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Market socialism is a type of economic system involving the public, cooperative, or social ownership of the means of production in the framework of a market economy. Market socialism differs from non-market socialism in that the market mechanism is utilized for the allocation of capital goods and the means of production. Depending on the specific model of market socialism, profits generated by socially owned firms (i.e. net revenue not reinvested into expanding the firm) may variously be used to directly remunerate employees, accrue to society at large as the source of public finance, or be distributed amongst the population in a social dividend.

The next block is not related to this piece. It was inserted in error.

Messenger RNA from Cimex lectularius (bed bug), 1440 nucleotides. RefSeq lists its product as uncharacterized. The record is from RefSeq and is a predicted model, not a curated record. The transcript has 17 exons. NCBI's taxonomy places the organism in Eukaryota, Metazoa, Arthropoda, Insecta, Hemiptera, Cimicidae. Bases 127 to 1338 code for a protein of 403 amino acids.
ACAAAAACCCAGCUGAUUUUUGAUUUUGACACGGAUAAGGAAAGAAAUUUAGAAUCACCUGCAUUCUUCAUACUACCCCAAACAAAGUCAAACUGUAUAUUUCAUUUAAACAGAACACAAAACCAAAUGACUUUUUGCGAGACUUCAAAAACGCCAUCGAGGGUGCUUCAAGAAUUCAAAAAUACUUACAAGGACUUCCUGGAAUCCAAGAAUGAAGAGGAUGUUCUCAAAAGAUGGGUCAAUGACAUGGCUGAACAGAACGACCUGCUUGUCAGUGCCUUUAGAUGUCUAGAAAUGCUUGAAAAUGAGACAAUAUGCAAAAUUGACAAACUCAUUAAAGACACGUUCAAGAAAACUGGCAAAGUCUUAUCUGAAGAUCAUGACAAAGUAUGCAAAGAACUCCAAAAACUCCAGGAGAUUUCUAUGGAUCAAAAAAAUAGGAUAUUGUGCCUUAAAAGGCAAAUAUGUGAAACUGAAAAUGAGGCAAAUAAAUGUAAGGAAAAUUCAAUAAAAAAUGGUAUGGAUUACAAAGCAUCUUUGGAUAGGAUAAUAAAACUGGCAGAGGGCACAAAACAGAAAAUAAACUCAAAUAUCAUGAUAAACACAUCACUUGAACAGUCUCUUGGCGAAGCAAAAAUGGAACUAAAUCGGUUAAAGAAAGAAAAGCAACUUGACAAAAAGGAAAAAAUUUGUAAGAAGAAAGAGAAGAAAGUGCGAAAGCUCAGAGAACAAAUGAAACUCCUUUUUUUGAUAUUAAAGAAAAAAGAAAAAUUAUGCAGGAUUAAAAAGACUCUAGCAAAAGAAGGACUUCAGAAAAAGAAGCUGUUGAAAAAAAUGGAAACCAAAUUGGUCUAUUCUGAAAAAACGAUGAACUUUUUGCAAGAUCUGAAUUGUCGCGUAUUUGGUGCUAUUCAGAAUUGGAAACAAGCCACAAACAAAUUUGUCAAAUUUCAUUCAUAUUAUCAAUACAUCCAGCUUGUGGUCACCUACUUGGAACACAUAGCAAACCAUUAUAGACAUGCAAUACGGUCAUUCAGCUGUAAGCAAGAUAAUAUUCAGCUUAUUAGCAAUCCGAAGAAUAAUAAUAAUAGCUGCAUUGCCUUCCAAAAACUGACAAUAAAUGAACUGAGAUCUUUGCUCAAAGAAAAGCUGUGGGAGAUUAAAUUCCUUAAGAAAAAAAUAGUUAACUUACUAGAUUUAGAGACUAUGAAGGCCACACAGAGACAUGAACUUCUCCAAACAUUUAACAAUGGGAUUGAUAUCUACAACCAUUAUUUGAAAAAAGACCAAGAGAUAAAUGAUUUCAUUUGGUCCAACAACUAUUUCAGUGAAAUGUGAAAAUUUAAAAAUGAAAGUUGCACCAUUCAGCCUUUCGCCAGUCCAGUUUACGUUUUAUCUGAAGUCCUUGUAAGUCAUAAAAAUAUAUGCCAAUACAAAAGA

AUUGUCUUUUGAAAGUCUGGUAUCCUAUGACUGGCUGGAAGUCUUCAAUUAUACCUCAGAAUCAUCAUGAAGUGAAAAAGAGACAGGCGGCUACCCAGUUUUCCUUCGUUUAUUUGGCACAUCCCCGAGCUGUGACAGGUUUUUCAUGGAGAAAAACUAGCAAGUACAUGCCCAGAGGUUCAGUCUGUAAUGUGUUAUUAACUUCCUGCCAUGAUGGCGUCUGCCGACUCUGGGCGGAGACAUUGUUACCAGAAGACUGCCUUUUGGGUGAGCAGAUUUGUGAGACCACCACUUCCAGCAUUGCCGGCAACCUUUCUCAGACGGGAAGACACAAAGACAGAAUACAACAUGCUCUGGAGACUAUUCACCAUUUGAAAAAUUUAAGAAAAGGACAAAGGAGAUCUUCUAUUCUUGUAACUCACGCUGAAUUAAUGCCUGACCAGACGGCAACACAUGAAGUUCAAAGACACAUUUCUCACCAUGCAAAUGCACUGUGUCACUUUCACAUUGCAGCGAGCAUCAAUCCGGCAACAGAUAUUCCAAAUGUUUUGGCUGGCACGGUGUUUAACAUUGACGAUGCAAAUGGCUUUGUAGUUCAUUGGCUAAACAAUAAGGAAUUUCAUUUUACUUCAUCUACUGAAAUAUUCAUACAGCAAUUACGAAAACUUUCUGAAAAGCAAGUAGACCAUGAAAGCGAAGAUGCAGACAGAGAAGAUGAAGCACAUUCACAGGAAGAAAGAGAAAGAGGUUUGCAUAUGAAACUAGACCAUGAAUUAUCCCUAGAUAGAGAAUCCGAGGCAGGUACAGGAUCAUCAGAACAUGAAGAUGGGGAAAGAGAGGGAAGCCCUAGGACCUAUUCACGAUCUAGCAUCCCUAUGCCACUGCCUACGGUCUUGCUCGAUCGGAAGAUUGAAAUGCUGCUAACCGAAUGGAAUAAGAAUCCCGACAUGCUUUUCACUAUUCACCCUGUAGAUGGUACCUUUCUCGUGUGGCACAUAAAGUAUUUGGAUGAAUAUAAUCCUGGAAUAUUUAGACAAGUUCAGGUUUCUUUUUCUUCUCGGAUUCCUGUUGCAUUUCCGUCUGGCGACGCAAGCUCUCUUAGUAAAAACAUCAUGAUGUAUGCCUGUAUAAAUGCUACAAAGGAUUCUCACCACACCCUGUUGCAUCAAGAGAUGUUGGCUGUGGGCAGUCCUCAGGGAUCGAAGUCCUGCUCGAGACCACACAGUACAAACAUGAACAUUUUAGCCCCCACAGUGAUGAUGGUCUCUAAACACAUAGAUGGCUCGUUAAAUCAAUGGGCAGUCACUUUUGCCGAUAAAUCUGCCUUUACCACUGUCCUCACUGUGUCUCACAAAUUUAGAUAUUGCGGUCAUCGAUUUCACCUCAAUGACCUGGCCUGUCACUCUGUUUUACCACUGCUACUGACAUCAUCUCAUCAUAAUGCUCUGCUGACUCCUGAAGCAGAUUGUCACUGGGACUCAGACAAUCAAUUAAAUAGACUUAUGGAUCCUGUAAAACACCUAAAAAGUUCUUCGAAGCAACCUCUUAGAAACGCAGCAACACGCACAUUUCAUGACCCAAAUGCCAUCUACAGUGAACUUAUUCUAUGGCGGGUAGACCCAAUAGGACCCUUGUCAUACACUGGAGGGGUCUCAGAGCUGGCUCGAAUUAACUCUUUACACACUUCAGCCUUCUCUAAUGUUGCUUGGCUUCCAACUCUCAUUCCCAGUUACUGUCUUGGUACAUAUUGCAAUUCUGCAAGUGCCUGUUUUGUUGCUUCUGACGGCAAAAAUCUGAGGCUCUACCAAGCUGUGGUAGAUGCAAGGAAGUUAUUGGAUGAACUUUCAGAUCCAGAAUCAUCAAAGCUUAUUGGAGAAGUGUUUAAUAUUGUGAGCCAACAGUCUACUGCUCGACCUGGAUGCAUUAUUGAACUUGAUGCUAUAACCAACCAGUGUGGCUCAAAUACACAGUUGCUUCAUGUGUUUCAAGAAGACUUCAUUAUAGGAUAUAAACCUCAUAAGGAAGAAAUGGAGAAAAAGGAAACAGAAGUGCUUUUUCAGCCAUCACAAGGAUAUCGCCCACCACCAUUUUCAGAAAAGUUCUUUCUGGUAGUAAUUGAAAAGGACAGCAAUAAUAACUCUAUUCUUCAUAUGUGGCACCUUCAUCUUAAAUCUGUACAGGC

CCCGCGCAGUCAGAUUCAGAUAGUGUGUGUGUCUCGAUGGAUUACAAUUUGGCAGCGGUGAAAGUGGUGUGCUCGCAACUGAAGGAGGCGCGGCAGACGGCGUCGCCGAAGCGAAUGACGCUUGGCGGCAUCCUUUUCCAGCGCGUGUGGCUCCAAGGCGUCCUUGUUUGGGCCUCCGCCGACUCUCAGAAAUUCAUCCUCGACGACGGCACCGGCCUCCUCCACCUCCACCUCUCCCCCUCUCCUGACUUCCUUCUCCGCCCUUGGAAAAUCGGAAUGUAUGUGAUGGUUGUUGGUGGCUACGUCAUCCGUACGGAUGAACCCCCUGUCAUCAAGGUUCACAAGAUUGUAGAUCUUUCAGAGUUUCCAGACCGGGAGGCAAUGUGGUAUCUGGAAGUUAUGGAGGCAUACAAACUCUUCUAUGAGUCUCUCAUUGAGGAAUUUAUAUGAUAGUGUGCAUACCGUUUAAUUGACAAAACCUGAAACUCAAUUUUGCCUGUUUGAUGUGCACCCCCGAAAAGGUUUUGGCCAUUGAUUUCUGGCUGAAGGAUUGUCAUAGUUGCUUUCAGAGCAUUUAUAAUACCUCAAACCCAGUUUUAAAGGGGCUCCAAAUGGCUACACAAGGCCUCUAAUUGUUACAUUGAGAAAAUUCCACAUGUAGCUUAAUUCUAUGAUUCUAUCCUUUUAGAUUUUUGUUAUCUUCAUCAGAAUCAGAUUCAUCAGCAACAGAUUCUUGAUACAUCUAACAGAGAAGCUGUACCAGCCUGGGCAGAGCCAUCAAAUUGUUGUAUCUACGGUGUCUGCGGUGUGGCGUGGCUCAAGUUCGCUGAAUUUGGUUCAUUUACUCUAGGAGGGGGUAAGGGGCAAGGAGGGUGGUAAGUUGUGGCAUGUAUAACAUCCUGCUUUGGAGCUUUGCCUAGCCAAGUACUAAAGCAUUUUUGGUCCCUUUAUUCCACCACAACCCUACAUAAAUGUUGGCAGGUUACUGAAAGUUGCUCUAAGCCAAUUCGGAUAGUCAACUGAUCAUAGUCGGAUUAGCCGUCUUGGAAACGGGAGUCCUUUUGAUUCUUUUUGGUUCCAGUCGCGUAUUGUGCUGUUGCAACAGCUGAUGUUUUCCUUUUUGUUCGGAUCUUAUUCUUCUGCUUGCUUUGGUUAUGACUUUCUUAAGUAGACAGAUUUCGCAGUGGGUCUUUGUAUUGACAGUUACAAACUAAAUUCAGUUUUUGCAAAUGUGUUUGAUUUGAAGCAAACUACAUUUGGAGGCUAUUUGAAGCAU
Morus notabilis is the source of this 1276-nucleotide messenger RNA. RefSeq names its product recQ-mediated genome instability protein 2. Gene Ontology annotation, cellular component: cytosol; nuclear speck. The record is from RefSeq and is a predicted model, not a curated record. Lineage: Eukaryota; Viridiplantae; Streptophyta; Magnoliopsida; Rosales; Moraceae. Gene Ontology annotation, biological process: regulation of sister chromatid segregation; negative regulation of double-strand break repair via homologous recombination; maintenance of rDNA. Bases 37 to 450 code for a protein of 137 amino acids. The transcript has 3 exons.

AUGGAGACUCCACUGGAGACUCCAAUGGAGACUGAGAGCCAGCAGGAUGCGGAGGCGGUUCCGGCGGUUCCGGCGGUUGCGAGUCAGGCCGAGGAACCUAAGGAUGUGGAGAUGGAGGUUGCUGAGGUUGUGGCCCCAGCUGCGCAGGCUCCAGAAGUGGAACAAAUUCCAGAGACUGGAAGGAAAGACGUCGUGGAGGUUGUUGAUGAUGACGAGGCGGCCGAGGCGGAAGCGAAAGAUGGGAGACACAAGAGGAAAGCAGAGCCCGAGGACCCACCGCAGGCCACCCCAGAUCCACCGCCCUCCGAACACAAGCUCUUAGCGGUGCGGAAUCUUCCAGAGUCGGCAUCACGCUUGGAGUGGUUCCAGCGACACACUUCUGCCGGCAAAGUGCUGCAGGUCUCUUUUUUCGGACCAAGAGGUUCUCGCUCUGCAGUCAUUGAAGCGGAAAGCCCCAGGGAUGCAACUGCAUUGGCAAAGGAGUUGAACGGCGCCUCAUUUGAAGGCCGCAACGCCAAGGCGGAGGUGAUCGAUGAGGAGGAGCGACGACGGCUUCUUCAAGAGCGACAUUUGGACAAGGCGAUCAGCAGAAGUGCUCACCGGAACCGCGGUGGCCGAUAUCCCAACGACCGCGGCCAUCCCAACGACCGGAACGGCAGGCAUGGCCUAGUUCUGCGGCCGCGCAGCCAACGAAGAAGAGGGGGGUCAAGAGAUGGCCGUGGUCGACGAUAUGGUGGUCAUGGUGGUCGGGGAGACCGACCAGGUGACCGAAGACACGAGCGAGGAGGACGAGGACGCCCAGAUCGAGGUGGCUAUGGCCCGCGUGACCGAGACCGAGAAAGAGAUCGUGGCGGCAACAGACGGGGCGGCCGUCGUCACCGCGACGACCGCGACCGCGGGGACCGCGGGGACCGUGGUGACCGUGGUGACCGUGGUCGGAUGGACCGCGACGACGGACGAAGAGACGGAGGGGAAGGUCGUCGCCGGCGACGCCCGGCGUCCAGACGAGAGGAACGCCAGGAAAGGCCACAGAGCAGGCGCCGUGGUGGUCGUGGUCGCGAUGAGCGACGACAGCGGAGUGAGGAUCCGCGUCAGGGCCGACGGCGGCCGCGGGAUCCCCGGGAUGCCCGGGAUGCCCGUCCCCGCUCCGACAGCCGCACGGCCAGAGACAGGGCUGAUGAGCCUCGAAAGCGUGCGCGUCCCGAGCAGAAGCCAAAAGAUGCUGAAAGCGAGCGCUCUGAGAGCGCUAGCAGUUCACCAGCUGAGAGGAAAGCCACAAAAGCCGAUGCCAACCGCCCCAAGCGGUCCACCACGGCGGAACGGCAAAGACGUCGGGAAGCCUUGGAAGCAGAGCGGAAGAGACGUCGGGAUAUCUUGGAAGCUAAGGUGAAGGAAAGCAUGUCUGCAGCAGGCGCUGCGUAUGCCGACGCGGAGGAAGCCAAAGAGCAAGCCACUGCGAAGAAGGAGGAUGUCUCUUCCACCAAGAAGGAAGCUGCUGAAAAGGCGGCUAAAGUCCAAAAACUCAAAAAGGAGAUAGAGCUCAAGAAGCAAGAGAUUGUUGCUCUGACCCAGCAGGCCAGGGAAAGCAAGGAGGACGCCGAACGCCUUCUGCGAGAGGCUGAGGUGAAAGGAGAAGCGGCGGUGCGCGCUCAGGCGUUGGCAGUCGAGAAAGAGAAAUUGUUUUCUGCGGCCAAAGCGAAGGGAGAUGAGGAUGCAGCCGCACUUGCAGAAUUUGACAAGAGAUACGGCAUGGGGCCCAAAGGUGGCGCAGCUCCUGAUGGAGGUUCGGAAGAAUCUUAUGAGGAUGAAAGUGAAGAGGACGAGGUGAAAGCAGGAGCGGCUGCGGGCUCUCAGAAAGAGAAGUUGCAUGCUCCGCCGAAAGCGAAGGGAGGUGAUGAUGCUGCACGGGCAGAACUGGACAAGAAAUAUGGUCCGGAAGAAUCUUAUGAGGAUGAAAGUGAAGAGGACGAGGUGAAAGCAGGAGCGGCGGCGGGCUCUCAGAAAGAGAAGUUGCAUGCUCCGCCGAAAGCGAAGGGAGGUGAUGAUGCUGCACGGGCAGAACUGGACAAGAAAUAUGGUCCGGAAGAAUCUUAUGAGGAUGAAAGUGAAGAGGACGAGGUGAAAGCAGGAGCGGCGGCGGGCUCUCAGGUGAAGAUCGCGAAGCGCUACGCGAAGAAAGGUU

Market socialism also contrasts with social democratic policies implemented within capitalist market economies: while social democracy aims to achieve greater economic stability and equality through policy measures such as taxes, subsidies and social welfare programs, market socialism aims to achieve similar goals through changing patterns of enterprise ownership and management.
Although economic proposals involving social ownership with factor markets have existed since the early 19th century, the term "market socialism" only emerged in the 1920s during the socialist calculation debate. Contemporary market socialism emerged from the debate on socialist calculation during the early-to-mid 20th century among socialist economists who believed that a socialist economy could neither function on the basis of calculation in natural units nor through solving a system of simultaneous equations for economic coordination, and that capital markets would be required in a socialist economy.